It's too hard for U.S. media to keep track of people killed here by police, but The Guardian is managing to do it from the U.K.
A screenshot of the control panel of the Guardian interactive website that keeps track, as it says, of "People killed by police in the US" -- tallying, as of this afternoon, 470 nationwide year-to-date. Note that there's also a map view. (Click to enlarge.)
"Can you imagine any entity in our so called free press doing something like this?" Johnny Morales asks in "The Guardian UK embarrasses All US Media but will we notice?," posting on Daily Kos as johnnyintexas. "This" is a comprehensive gathering of information about killings by the police in the U.S., viewable in list or map form and fully searchable by name, state, armed/unarmed, gender, age, race/ethnicity, and cause.
Johnny says he can't imagine it being done here, for the simplest imaginable reason: No one seems to have even tried to do it. Nothing, he says, has stood in the way of any U.S. media outlet doing it.
Yet until The Guardian did, we've been told that the Federal government doesn't keep track of this, local and state governments don't coordinate the data and as a result doing it was impossible for any American media to accomplish.To the extent that U.S. media have even given attention to the idea of such a project, it has been written off as "impossible to accomplish since there are no central reporting structures to ask." Apparently, though, the data was available for the asking, provided somebody bothered to do the asking. The fact that it took a British newspaper to do so, says Johnny -- and it managed the feat "without turning over heaven and earth" -- "really should embarrass our own media, all of it. Even our most Liberal entities never have seemed to gather themselves up to do the same thing."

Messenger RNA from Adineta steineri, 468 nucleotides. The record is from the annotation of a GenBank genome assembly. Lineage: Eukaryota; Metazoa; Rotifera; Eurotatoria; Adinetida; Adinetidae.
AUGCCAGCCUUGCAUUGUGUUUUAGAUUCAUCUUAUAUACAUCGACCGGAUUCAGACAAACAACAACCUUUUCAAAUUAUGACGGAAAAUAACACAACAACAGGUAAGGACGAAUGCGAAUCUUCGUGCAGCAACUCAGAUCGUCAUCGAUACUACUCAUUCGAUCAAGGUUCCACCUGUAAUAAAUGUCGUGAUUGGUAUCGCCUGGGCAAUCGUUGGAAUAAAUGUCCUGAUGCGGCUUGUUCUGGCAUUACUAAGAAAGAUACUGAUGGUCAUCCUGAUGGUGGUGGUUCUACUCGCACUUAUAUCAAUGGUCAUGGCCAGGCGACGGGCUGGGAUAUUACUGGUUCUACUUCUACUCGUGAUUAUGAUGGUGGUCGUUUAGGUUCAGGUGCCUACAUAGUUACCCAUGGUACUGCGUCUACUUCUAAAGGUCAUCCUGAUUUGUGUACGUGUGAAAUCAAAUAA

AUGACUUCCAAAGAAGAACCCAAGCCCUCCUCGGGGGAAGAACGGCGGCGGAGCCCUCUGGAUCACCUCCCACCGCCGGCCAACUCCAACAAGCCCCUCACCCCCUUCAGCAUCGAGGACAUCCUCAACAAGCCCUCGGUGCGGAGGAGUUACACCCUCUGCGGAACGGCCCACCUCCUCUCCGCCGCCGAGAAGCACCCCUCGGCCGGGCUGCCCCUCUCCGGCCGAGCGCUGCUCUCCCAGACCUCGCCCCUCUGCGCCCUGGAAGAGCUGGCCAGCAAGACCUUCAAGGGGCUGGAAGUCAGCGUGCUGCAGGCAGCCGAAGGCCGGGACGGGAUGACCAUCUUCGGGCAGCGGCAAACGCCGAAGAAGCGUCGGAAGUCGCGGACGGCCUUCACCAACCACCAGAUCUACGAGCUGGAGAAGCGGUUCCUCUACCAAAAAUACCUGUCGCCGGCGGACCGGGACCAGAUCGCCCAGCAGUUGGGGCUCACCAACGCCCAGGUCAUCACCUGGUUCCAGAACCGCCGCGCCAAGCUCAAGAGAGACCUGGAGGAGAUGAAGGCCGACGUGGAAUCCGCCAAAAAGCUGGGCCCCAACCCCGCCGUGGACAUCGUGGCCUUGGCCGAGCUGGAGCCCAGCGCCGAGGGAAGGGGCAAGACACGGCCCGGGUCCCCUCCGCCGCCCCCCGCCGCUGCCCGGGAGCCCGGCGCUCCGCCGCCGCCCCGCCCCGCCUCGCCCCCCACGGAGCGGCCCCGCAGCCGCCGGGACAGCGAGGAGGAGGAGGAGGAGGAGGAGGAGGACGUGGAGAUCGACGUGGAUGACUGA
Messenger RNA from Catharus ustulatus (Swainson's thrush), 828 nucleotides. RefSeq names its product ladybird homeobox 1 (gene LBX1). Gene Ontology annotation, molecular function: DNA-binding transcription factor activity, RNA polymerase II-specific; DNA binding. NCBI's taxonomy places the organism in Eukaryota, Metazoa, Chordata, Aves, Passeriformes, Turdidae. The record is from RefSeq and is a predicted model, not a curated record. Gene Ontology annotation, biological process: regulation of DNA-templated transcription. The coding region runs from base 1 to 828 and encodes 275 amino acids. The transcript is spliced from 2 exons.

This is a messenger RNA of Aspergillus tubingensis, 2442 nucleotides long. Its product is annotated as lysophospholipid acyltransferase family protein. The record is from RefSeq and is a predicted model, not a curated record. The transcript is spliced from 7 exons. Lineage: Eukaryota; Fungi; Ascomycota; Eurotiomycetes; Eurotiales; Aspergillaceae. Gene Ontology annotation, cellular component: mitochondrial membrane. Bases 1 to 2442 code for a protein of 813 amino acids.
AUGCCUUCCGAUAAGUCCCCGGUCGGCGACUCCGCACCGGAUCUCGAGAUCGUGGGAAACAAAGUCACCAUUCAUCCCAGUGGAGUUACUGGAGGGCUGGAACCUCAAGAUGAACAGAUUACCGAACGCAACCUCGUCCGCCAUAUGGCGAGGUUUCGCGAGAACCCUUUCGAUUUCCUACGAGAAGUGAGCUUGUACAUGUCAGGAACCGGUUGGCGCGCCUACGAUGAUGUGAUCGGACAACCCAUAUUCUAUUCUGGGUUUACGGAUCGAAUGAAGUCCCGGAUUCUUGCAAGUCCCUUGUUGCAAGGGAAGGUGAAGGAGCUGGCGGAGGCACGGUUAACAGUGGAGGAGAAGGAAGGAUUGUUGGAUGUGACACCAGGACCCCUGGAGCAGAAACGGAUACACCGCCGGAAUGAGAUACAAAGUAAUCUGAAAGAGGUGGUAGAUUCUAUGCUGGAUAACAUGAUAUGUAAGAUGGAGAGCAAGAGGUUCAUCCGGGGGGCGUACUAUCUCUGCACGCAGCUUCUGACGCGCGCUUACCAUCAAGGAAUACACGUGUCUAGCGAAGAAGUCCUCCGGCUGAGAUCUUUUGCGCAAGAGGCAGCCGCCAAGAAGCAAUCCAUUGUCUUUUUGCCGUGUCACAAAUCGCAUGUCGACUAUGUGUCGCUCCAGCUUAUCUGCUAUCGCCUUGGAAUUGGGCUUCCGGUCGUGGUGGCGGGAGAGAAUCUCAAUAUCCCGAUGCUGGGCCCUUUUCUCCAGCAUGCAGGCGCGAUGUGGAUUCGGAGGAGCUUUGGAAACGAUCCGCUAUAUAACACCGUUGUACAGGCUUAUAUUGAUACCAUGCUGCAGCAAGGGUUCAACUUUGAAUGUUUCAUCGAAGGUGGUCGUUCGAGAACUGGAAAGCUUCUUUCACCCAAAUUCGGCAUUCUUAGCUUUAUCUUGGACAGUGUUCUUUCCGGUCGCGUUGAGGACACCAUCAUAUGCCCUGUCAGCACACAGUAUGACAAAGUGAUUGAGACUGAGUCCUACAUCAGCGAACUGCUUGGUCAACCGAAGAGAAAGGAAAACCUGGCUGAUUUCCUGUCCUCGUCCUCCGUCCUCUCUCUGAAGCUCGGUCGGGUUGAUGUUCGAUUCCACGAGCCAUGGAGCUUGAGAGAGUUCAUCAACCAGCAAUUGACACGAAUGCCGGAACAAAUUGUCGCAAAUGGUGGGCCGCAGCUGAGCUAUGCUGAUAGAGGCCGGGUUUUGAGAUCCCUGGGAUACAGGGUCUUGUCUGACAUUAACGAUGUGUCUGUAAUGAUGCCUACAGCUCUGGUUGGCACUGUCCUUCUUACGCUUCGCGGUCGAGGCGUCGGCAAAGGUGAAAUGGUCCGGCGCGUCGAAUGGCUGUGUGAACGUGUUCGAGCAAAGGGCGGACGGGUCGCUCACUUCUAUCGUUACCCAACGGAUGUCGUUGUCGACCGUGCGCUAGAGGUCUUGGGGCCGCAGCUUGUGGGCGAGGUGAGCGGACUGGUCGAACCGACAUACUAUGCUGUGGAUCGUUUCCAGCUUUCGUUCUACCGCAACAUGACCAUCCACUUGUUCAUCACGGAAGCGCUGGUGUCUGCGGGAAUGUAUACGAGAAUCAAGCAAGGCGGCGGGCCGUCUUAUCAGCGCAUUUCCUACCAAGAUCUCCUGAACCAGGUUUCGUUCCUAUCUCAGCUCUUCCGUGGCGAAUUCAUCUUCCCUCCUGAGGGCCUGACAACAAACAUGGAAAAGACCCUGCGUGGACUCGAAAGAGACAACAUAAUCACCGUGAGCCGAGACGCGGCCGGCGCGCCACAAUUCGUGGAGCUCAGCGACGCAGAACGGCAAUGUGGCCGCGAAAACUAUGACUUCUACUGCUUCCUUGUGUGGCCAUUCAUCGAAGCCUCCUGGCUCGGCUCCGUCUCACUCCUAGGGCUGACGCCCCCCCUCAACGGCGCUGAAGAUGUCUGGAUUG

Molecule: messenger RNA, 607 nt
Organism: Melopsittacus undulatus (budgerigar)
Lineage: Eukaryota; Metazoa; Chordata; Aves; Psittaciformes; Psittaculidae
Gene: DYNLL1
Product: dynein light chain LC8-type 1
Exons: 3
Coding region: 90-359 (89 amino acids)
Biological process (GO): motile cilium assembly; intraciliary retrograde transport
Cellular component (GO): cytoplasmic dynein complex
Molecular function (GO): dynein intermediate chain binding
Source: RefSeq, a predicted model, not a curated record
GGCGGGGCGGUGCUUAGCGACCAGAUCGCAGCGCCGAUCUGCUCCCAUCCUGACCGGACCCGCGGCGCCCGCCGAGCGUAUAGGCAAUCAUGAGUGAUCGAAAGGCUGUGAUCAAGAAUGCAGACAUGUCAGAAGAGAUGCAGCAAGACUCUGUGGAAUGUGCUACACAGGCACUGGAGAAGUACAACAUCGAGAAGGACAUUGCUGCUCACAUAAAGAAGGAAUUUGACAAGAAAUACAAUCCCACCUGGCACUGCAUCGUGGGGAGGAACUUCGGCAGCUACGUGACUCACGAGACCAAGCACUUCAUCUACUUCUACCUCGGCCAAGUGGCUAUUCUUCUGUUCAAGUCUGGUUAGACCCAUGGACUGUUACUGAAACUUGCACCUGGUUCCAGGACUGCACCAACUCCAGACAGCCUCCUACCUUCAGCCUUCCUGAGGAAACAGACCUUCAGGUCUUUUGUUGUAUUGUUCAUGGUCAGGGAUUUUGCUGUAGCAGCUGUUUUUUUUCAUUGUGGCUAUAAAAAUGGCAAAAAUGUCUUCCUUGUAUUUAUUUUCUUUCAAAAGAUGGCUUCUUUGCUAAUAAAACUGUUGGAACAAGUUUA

That they are doing so has been referenced in another diary as a source of data, but the focus of that diary was a specific set of data in a companion project covering police killings from 2012-2015.
Here, by the way, is the record to date for June (same link; again, click to enlarge):
"I think Kudos are in order for The Guardian," says Johnny.
They proved a point I believe to be truer than ever which is if you want honest reporting on what is happening in the USA, you need to read foreign news outlets. Who instead are report on events here like our media seems to relish reporting on events elsewhere (because things are so peachy keen in the USA).One other thing you'll be grateful for when you visit the Guardian website: no fund-raising appeal.
Of course, I don't expect anyone in our media will be embarrassed.
Instead they will utterly ignore this, and hope by doing so so few Americans realize what's being done by a foreign media outlet to inform them, that it will fail to gain traction and be forgotten once they are done.
At the very least we should spread the word and encourage anyone who doesn't know about what The Guardian is doing to visit and learn the details that up to now our own media all of them said was beyond their abilities to obtain.